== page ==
Parents offer insights on emerging schools’ plan

The educational consultants working with the Office of Catholic Schools to develop a strategic plan for Catholic schools held four public town hall meetings across the Archdiocese of New Orleans last week, and some of the most pointed questions raised by parents and other observers centered on proposals to phase in tuition increases over the next three years to cover the actual cost of education.

“If I’m losing market share, raising the price will not allow us to attract more kids,” said Jack Dardis, a financial consultant who sent 10 children through Catholic schools. “I see a basket drop (in the collections taken up at church parishes) if you go to that.”

Dr. Leonard DeFiore of The Catholic University of America stressed to the 50 people who attended the March 29 meeting at Notre Dame Seminary that all proposals were tentative and not etched in stone.

He said, however, that the year-long study has identified several warning signs, especially in terms of finances, that if left unaddressed would have a serious impact on the future of Catholic schools.

“We are trying to ensure the long-term viability of Catholic schools in the archdiocese,” DeFiore said.

Public feedback important

Catholic schools superintendent Dr. Jan Lancaster also emphasized that “the conversation” with the public was vital to producing an effective plan, and these were in no way final proposals.

“A lot of parents have phoned and emailed me, and those are important one-on-one conversations,” Lancaster said. “We still have a long way to go in the process, and even after the recommendations come out, we want to explain these proposals at greater length. These conversations are necessary. The town hall meetings show how much people care about Catholic education.”

The rationale to raise tuition to the “true cost” of education is to bridge the average gap of about $700 a year between what parents pay to send one child to a Catholic elementary school and what it costs the school to educate the child.

In essence, every family sending a child to Catholic elementary school is being subsidized because of that gap, DeFiore said. More than 6,600 surveys returned by parents and others indicate about one-third of all parents could afford to pay the true cost of education, which would lessen the financial burden on the schools.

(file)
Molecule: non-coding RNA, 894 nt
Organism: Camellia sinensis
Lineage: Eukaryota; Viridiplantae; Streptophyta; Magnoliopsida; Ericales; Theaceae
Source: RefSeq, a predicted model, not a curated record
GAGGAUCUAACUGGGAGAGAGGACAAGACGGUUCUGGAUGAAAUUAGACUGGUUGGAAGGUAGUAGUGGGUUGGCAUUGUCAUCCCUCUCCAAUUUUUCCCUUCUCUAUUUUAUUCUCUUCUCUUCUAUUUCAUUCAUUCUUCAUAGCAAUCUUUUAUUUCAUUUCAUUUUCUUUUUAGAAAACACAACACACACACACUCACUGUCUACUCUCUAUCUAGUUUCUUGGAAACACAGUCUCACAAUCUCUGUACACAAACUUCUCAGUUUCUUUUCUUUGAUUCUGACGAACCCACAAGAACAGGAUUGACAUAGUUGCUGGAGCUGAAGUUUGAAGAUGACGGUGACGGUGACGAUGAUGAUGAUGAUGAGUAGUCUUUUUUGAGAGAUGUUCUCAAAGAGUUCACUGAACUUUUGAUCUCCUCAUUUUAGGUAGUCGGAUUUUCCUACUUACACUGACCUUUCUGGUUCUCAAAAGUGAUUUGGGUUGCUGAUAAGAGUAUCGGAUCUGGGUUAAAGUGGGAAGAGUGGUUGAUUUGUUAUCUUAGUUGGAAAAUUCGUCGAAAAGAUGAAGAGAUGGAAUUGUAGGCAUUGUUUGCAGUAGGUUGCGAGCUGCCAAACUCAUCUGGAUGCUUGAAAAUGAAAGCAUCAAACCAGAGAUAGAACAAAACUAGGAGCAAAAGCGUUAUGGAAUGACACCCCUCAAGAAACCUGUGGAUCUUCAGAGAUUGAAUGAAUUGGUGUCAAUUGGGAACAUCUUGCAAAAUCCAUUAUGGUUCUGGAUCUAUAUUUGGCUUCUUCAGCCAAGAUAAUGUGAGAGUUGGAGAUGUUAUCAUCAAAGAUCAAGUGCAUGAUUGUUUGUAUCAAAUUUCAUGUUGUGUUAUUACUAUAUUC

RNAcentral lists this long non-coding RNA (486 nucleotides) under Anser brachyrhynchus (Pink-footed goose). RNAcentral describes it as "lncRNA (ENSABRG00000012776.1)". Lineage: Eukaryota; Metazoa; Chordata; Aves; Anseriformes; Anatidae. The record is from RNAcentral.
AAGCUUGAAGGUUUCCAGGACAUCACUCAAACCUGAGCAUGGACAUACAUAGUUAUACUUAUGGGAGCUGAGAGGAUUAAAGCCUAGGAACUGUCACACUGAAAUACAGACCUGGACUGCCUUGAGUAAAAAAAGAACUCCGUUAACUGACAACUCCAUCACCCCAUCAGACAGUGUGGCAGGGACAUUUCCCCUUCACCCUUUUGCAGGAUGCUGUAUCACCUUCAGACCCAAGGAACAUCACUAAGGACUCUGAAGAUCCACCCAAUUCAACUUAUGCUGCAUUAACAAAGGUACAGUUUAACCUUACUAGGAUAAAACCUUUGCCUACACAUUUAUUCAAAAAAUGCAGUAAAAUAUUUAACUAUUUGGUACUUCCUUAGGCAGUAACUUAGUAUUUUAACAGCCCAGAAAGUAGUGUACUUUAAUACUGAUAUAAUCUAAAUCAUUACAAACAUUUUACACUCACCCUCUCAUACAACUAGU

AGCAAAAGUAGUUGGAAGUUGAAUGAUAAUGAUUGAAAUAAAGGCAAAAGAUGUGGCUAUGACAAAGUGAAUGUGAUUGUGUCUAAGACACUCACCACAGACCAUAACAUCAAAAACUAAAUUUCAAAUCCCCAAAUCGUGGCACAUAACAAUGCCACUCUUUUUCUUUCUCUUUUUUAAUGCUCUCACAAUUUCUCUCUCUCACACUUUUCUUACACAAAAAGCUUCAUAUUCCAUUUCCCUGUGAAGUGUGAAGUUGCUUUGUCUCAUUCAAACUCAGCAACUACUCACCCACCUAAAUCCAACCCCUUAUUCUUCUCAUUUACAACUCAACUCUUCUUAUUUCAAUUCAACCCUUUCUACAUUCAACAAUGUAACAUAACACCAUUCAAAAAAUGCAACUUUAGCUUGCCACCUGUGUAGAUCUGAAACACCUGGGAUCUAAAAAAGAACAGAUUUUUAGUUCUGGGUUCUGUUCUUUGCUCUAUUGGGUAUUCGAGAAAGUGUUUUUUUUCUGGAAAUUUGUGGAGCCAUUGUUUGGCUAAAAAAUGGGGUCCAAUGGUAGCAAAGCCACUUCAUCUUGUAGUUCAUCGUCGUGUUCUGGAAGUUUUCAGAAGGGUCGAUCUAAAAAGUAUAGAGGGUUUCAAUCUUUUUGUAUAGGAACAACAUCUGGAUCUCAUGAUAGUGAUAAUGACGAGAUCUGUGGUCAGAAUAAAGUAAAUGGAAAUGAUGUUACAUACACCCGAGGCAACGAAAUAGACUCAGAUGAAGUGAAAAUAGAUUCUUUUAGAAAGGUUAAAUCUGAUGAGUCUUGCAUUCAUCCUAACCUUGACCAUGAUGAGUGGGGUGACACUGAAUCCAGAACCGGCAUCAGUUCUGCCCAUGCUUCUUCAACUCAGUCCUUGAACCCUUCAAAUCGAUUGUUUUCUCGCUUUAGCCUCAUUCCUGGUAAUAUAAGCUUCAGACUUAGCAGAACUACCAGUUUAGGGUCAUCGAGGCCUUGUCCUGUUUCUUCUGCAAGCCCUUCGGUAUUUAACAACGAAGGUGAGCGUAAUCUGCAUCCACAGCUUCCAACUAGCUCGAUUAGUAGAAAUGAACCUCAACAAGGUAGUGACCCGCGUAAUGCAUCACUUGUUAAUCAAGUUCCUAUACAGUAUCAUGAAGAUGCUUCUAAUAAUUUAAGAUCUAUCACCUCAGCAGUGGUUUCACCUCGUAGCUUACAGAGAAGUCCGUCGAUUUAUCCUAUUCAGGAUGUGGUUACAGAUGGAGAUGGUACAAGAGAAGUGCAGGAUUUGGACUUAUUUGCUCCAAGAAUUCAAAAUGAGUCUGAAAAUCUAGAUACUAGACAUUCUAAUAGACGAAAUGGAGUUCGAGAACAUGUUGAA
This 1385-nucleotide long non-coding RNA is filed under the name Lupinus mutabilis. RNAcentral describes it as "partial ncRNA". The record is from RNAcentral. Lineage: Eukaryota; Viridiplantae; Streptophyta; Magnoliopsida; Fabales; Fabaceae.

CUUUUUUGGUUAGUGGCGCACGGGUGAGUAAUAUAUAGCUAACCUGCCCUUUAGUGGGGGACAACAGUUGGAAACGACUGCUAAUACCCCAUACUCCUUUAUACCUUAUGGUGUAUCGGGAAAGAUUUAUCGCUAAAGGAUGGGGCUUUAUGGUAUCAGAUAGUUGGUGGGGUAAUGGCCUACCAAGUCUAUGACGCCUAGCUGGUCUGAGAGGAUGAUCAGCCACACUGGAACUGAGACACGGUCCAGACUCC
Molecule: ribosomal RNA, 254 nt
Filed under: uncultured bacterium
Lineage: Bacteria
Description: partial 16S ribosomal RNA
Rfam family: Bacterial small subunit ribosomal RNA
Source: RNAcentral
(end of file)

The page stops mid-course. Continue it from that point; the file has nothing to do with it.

“I hate to pick on orthopedic surgeons, but we shouldn’t be subsidizing orthopedic surgeons,” DeFiore said.

Those families who could not afford the higher tuition would be eligible for discounts based on a review of their financial situation, not unlike the confidential FAFSA analysis that families go through in paying for their children to go to college, DeFiore said.

Another major proposal to raise revenue is promote a archdiocesan-wide stewardship campaign that would raise offertory giving by 25 percent over the next three years. Catholics currently contribute about 1 percent of their income to the church, by far the lowest percentage among major denominations, DeFiore said.

The Archbishop’s Community Appeal, which raises money annually for programs of Catholic Charities, also could be expanded to include specific gifts to Catholic education.

If all revenue benchmarks were reached, DeFiore said an additional $21 million a year could be available for schools, which would help provide tuition assistance and increase teacher salaries.

Other proposals involve strengthening Catholic identity and creating a common archdiocesan grading scale. Another possibility is to have elementary cover grades preK-7, with high schools covering grades 8-12. Currently, 779 eighth graders attend elementary school, while 2,049 eighth graders are in high school.

DeFiore also said the study group has identified about 15 elementary schools that are in serious danger of closing or merging, based on current enrollment, the 10-year trend in enrollment, the differential between tuition and cost of education, and the amount of subsidy the school requires.

No schools will be closed for the 2012-13 academic year, but there almost certainly will be mergers and closings the following year.

The feedback from the first four town hall meetings will help DeFiore and Dr. John Convey, his Catholic University colleague on the study, to fine tune proposals that will be presented at four more town hall meetings this month: April 25 at Our Lady of Prompt Succor in Chalmette (6:30 to 8 p.m.) and at Archbishop Shaw High School in Marrero (7 to 8:30 p.m.); and April 26 at Annunciation in Bogalusa (7 to 8:30 p.m.) and Pope John Paul High School in Slidell (7 to 8:30 p.m.).

Lancaster said she welcomes phone calls and emails from parents. She can be reached at jlancaster@archdiocese-no.org or at 866-7916 (office).

Peter Finney Jr. can be reached at pfinney@clarionherald.org.

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